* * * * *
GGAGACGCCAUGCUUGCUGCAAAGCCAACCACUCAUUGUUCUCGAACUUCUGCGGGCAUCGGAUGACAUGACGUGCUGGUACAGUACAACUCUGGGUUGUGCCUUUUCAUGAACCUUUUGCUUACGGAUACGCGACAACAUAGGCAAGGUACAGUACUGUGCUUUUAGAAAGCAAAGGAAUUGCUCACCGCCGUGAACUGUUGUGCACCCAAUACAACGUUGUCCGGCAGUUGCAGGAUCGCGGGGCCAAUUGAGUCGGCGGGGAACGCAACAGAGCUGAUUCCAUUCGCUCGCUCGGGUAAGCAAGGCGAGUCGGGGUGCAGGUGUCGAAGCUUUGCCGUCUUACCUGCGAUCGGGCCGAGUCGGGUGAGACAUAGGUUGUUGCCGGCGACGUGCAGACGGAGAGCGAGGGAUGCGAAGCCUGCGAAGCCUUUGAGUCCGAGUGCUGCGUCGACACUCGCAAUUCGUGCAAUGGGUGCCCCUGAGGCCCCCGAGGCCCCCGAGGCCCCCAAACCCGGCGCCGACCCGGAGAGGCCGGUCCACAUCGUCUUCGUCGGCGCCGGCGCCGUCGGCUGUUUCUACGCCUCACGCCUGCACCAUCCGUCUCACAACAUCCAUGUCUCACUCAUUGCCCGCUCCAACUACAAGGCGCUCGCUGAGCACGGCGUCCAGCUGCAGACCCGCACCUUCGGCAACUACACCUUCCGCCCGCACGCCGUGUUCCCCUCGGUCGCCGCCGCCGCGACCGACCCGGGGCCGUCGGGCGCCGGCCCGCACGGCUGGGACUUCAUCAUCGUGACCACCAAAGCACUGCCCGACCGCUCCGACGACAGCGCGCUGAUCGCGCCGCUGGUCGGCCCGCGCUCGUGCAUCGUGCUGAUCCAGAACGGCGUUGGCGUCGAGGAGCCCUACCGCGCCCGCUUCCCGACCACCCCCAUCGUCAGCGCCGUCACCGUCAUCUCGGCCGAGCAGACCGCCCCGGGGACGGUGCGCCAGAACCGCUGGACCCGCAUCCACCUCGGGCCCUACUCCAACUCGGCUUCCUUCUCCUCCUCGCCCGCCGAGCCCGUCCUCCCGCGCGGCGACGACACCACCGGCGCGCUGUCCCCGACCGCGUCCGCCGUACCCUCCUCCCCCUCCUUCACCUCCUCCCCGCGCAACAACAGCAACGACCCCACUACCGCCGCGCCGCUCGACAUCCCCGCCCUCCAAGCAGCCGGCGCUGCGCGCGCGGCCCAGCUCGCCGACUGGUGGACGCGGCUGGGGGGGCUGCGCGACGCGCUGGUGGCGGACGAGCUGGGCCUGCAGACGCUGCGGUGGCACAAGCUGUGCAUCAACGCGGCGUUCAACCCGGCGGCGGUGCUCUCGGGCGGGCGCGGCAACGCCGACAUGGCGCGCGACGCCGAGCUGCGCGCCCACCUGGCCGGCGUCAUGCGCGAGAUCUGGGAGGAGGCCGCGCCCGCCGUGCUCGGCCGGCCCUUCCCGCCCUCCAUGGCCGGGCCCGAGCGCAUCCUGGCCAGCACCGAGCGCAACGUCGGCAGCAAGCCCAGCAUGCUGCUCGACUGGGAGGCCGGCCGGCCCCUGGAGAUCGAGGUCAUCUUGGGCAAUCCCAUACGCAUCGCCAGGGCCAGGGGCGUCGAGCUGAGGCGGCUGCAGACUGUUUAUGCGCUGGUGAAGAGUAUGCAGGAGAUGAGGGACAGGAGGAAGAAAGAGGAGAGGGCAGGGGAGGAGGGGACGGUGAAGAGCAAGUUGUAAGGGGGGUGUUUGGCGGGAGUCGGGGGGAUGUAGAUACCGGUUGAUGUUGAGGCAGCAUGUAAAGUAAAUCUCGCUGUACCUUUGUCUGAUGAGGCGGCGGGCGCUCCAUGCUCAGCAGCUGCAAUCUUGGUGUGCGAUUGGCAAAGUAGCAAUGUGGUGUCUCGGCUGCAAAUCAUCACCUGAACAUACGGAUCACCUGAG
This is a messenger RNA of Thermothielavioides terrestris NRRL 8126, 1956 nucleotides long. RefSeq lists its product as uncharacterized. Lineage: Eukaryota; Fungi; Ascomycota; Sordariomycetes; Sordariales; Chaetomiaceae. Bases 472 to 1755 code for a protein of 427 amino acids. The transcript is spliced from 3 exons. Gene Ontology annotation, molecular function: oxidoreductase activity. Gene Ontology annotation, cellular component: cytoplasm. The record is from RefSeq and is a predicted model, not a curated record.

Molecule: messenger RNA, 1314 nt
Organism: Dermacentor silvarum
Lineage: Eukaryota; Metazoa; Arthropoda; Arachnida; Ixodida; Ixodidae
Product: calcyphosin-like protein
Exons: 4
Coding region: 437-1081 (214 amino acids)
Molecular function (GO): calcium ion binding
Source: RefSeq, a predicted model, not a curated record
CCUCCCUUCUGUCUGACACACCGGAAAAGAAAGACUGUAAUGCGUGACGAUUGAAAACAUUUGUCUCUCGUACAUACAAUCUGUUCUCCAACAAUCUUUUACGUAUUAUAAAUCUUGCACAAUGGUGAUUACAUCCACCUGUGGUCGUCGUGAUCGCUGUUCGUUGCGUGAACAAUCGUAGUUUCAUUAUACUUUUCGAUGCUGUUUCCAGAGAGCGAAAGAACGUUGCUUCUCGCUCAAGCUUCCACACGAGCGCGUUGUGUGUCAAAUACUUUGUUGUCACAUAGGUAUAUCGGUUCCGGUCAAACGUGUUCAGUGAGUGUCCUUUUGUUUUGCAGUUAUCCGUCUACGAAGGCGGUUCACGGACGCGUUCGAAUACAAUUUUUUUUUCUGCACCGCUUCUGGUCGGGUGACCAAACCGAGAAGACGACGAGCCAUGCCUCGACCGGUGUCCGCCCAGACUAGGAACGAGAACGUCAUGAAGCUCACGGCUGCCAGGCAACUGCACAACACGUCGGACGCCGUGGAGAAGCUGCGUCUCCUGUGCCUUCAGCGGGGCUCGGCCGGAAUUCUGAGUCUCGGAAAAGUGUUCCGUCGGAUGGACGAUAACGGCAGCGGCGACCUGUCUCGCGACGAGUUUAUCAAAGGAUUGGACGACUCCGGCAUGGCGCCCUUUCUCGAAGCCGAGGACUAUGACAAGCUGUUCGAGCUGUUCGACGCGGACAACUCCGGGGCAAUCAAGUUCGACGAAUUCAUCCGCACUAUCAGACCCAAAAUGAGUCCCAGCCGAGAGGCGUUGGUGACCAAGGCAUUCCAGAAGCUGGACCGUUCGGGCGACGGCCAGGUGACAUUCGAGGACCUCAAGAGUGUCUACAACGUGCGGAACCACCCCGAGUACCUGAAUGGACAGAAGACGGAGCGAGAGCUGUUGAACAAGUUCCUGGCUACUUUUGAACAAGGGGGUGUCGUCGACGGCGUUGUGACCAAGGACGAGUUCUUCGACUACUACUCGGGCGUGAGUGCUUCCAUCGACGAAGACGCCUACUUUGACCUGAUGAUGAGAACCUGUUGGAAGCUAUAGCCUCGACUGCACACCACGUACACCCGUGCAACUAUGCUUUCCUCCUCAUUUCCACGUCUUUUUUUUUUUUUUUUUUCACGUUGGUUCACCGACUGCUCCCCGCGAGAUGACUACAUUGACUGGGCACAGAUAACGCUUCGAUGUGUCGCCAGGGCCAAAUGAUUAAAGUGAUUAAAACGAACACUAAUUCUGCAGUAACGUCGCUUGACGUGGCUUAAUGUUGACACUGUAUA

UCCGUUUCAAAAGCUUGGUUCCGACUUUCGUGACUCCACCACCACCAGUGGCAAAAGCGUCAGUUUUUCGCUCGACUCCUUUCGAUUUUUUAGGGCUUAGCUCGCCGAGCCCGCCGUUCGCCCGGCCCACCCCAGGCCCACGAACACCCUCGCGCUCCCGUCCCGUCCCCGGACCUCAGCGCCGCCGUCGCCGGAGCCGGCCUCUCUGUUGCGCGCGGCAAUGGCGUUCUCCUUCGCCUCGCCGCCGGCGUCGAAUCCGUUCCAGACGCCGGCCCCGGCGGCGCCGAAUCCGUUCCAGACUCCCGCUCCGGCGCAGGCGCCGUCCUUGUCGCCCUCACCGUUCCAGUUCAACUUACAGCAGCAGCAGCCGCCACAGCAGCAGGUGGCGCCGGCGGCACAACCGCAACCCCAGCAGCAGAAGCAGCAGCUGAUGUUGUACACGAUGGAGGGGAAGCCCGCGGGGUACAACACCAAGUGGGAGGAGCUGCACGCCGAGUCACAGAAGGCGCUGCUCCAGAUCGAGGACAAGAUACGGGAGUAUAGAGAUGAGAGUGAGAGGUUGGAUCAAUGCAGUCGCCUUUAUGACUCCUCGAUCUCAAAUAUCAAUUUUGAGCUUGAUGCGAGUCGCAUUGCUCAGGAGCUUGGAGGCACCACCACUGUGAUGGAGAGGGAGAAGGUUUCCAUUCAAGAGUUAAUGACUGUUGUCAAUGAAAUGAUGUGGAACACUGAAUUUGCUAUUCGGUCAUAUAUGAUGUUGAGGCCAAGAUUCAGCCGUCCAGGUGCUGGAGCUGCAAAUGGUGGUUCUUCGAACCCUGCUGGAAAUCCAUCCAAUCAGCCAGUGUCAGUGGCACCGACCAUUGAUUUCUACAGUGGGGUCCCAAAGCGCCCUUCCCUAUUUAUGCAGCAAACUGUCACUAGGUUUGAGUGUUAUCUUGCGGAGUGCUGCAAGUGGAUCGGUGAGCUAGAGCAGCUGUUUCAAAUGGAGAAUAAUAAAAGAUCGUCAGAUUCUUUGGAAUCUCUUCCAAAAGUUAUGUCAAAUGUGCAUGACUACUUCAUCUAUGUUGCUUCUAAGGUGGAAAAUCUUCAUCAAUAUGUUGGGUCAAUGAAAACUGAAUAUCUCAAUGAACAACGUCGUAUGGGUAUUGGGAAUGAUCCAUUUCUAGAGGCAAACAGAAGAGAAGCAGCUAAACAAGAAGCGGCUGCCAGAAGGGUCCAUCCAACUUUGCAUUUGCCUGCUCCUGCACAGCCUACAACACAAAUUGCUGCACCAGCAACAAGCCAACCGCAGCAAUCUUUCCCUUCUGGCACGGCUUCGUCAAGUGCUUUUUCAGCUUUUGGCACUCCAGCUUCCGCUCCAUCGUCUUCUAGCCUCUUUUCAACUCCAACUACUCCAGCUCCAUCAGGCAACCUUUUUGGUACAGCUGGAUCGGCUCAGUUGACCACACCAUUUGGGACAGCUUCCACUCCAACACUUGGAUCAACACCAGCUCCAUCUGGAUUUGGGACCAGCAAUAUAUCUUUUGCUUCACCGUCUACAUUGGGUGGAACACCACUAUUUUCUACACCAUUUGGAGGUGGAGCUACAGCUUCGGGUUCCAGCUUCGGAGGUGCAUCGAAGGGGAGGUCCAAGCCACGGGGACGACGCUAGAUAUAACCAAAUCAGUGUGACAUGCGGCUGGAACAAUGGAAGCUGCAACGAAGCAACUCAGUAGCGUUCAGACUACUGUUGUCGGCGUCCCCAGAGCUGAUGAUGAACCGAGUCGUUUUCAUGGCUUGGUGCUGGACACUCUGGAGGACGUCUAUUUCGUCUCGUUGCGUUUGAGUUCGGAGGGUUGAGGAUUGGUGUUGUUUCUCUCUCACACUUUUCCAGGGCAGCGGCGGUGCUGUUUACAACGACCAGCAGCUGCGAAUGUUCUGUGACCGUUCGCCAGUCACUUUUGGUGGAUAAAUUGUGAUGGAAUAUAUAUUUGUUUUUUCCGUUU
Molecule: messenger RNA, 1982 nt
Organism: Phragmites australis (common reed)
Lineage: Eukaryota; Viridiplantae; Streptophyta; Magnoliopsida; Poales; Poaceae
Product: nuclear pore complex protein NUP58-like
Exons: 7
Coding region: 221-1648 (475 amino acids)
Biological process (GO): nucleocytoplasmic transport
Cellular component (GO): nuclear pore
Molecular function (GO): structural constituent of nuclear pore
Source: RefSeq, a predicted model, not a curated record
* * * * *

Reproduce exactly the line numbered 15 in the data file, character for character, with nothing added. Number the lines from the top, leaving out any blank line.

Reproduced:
Lineage: Eukaryota; Viridiplantae; Streptophyta; Magnoliopsida; Poales; Poaceae